Category: SQL (page 2 of 2)

SQL CREATE TABLE Syntax – Listed by DBMS

This article contains the SQL CREATE TABLE syntax, as implemented by various database management systems (DBMSs). The syntax is listed exactly as each vendor has listed it on their website. Click on the applicable link to view more detail about the syntax for a particular vendor.

The DBMSs covered are MySQL, SQL Server, PostgreSQL, and Oracle Database.

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SQL CREATE DATABASE Syntax – Listed by DBMS

This article contains the SQL CREATE DATABASE syntax, as implemented by various database management systems (DBMSs). The syntax is listed exactly as each vendor has listed it on their website. Click on the applicable link to view more detail about the syntax for a particular vendor.

The DBMSs covered are MySQL, SQL Server, PostgreSQL, and Oracle Database.

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Schema Definitions by DBMS

Different database management systems define schema in their own way. This can make it difficult for database developers to work out exactly what a schema is – especially when switching between different DBMSs.

This article provides definitions used by the three leading database systems.

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What is a Database Schema?

In database terms, a schema (pronounced “skee-muh” or “skee-mah”) is the organisation and structure of a database. Both schemas and schemata can be used as plural forms.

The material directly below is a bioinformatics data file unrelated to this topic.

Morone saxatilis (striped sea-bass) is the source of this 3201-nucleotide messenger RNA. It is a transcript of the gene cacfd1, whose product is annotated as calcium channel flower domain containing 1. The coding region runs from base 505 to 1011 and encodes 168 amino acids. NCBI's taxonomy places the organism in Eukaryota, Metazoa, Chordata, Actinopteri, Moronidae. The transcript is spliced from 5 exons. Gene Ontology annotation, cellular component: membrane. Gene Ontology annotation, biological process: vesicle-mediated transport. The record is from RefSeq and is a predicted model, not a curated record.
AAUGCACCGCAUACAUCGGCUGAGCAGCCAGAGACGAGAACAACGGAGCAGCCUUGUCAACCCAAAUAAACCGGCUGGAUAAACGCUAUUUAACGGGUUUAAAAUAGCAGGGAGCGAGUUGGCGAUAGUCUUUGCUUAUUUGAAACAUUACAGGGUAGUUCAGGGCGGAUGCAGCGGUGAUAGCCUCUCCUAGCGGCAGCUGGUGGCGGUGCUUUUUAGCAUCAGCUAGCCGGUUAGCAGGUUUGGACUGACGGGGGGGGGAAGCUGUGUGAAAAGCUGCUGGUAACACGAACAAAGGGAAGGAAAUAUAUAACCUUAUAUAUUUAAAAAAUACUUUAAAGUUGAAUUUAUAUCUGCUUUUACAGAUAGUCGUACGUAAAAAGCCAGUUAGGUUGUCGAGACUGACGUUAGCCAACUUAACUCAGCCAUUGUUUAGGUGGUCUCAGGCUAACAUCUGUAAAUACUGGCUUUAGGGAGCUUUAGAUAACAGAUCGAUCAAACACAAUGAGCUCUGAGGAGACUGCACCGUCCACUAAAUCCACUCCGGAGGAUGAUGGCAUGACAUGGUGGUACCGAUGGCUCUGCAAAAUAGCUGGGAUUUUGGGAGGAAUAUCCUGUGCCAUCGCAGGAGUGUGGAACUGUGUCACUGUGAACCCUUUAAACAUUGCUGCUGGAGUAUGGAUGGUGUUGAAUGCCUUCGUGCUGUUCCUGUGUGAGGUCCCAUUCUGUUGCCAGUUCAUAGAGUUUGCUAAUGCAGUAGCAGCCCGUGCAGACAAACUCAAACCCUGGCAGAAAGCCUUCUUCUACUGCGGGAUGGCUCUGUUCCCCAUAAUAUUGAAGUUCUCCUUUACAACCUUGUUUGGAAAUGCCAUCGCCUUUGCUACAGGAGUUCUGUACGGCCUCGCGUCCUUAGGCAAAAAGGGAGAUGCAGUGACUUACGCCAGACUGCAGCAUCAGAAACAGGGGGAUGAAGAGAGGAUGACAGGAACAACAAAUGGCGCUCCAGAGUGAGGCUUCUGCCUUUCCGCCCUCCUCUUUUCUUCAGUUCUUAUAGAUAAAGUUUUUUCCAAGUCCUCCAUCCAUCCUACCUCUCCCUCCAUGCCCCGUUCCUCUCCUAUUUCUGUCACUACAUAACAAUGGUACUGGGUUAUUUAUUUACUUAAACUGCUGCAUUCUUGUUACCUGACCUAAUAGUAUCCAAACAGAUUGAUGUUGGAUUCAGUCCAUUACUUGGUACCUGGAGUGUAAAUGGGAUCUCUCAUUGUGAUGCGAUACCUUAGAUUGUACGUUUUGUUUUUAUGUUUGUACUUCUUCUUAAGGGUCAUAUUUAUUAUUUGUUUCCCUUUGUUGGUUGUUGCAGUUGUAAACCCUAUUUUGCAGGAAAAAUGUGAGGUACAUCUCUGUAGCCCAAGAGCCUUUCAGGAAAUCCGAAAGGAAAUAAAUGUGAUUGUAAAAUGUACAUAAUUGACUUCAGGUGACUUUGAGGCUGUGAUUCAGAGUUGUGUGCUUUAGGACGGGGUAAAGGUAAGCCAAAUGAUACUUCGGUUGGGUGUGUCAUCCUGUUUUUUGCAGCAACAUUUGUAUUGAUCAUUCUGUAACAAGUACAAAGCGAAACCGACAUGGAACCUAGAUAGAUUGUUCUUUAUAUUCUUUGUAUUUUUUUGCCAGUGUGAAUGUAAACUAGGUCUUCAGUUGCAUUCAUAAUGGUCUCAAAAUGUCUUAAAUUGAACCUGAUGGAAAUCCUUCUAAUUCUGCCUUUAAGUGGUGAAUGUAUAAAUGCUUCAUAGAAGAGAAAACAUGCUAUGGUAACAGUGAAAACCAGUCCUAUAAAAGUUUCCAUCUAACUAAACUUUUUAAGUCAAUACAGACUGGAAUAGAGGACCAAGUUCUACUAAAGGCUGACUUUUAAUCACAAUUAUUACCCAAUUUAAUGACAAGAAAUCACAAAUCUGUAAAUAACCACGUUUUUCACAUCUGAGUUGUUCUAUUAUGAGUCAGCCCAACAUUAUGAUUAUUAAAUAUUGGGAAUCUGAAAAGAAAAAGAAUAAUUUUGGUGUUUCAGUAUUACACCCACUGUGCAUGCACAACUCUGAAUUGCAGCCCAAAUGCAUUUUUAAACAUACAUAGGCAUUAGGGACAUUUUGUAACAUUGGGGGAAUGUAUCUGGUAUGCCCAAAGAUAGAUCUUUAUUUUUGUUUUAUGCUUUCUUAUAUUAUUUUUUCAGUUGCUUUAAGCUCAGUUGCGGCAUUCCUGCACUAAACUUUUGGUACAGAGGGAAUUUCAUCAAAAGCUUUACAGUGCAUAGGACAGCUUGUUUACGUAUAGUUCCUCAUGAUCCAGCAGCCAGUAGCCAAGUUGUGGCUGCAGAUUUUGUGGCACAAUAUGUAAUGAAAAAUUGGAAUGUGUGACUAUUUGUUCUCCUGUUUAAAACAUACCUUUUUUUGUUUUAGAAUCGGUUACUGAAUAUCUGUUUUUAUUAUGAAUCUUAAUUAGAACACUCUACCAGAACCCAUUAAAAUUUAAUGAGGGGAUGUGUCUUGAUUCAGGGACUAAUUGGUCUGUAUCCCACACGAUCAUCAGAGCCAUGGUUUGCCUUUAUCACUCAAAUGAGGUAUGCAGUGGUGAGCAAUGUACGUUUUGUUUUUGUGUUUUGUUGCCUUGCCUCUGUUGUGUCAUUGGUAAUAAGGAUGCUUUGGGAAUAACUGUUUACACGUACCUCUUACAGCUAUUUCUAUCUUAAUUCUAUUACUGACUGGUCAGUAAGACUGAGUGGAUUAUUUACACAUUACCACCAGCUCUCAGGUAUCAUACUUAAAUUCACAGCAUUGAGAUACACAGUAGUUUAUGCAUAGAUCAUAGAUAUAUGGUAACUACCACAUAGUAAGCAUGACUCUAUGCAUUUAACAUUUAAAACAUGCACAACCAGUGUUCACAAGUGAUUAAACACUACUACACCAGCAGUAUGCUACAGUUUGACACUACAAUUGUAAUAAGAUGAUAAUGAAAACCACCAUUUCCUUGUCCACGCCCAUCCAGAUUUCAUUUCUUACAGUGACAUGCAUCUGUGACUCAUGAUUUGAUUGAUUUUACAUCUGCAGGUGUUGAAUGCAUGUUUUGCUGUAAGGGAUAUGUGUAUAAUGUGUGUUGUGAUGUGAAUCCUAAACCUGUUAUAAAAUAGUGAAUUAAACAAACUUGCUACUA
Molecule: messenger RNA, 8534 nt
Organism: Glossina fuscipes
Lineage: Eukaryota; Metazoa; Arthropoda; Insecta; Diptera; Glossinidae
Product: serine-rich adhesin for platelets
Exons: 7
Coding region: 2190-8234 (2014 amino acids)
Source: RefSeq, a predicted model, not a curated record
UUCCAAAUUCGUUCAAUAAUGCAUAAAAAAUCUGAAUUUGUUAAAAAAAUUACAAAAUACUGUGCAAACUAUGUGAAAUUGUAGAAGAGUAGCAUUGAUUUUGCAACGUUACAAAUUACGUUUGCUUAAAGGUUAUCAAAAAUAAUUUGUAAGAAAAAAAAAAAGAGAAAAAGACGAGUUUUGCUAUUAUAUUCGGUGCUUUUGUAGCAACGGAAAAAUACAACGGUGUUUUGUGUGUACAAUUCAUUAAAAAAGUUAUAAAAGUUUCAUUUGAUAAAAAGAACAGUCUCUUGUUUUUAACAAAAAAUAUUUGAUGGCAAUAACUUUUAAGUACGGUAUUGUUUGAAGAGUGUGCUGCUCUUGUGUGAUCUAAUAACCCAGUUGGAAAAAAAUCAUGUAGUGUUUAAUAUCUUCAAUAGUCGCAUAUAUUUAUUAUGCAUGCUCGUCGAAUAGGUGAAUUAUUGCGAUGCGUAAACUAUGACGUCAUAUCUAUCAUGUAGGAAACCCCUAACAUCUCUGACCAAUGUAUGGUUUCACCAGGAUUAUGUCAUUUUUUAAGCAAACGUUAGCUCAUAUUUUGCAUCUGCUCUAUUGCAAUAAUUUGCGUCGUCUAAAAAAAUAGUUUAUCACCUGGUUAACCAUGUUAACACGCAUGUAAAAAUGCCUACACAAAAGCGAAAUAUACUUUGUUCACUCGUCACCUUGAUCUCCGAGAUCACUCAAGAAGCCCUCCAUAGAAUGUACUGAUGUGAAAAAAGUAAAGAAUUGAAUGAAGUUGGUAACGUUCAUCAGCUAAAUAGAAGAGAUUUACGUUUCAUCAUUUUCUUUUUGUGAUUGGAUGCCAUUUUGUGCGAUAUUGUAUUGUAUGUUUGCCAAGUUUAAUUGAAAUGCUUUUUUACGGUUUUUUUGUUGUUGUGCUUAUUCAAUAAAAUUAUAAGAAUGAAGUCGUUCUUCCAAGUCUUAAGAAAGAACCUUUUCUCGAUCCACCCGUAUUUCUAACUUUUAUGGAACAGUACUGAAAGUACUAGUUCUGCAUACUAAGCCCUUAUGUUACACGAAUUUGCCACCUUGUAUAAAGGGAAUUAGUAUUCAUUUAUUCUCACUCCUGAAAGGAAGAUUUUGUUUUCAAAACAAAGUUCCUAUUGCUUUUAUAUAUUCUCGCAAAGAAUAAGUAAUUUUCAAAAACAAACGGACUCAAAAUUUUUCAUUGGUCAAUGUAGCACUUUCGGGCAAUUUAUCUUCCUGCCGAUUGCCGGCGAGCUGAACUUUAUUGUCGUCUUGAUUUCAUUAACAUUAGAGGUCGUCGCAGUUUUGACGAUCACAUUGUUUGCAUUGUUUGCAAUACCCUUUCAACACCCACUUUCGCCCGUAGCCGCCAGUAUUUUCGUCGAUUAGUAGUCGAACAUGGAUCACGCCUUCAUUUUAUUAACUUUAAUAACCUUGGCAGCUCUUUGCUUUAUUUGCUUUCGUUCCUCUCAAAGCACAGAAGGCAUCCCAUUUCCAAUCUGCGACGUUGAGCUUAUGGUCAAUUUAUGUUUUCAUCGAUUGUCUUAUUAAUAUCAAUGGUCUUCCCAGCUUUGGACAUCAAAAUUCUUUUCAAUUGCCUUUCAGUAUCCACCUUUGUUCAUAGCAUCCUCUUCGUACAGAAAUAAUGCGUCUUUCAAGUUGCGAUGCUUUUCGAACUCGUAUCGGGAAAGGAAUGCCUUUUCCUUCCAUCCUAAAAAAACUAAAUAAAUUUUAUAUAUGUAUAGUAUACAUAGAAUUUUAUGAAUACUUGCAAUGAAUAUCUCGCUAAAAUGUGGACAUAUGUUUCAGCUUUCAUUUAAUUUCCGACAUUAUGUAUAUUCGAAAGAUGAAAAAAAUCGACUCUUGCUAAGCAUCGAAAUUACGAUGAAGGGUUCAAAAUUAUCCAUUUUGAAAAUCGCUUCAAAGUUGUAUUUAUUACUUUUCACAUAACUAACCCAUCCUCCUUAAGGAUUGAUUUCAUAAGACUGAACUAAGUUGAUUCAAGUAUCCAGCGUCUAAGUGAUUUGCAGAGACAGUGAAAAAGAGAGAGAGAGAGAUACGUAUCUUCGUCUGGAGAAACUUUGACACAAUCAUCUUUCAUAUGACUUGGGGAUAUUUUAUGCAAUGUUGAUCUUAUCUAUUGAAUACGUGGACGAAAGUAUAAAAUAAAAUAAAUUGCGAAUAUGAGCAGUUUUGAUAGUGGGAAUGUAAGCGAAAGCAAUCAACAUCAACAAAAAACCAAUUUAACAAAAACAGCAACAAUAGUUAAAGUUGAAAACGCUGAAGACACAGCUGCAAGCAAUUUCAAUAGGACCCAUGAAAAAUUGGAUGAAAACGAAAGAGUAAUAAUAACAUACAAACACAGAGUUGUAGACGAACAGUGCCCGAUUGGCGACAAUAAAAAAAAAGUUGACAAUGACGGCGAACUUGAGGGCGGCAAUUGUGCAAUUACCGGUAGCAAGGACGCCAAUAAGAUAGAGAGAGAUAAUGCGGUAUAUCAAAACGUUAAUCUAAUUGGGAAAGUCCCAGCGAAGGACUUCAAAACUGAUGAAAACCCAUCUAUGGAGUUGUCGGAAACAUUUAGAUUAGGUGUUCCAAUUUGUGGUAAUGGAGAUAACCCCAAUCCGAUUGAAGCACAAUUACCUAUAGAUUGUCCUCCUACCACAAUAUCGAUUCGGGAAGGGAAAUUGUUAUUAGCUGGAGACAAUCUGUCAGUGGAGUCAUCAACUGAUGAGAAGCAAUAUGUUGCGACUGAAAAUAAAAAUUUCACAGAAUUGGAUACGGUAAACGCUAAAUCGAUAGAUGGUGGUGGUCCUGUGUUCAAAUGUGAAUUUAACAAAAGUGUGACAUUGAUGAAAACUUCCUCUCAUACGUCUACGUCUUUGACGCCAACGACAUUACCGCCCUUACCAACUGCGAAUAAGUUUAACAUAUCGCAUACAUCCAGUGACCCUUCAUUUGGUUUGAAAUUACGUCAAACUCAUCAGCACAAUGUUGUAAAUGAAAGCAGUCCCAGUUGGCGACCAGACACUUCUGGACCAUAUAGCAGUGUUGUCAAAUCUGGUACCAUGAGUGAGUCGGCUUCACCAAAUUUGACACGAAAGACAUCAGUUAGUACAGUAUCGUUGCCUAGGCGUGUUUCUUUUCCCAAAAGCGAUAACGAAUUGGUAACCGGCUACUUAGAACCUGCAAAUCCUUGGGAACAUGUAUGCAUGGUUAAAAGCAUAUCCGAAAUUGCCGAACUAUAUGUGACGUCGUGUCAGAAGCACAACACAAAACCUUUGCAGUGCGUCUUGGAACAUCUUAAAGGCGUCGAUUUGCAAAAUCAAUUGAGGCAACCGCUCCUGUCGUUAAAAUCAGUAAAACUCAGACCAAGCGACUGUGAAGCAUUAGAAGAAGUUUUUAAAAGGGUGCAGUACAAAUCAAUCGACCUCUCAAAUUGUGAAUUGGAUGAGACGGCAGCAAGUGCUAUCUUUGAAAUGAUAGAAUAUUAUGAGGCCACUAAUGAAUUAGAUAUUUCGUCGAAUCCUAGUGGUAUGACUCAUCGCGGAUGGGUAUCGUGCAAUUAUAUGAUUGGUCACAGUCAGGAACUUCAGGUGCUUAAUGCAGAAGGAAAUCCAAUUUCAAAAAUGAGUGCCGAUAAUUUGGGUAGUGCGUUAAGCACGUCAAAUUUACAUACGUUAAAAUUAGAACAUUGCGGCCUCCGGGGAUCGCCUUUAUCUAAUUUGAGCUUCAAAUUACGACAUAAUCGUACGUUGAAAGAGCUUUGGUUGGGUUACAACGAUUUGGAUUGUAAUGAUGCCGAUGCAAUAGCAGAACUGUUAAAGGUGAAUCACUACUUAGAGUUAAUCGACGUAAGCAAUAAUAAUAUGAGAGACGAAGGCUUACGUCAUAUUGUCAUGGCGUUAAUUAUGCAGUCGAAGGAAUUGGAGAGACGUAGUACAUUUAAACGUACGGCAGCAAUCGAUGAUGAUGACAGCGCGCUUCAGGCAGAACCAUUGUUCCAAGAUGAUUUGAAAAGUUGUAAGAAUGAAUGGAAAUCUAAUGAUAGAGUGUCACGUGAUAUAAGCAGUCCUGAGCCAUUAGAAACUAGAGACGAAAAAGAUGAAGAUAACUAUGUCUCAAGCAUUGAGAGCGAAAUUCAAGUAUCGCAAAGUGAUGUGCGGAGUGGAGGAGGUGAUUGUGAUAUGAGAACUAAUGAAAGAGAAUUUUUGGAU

A schema contains schema objects, which could be tablescolumns, data types, views, stored procedures, relationships, primary keys, foreign keys, etc.

A database schema can be represented in a visual diagram, which shows the database objects and their relationship with each other.

Screenshot of a database schema.

A basic schema diagram representing a small three-table database.

Above is a simple example of a schema diagram. It shows three tables, along with their data types, relationships between the tables, as well as their primary keys and foreign keys.

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Is it Pronounced “S-Q-L” or “Sequel”?

Ever since its early days, there’s confusion over how to pronounce SQL. If you’ve ever worked in a large team of SQL developers, you might’ve heard some developers pronouncing it as “S-Q-L” or “ess-que-ell” [ ˈɛs kjuː ˈɛl ] and others using “sequel” [ ˈsiːkwəl ].

And the confusion extends itself to commercial and open source products too. Any mispronunciation will extend itself to products such as SQL Server and MySQL, not to mention product tools and features such as MySQL Workbench, mysqladmin, mysqldump, and Access’s SQL view, to name a few.

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What is SQL?

SQL is the standard language for querying data inside a relational database management system (RDBMS). It is supported by all of the major database systems, such as Microsoft Access, SQL Server, MySQL, Oracle, PostgreSQL, DB2, etc.

SQL is a relatively easy language to learn when compared to most programming languages. It is based on SQL “statements” that, at times, can resemble natural language.

For example:

SELECT CustomerName
FROM Customers
WHERE CustomerId = 1

The above SQL statement is asking the database to:

Select the value of the CustomerName column from the Customers table where the CustomerId column’s value equals 1“.

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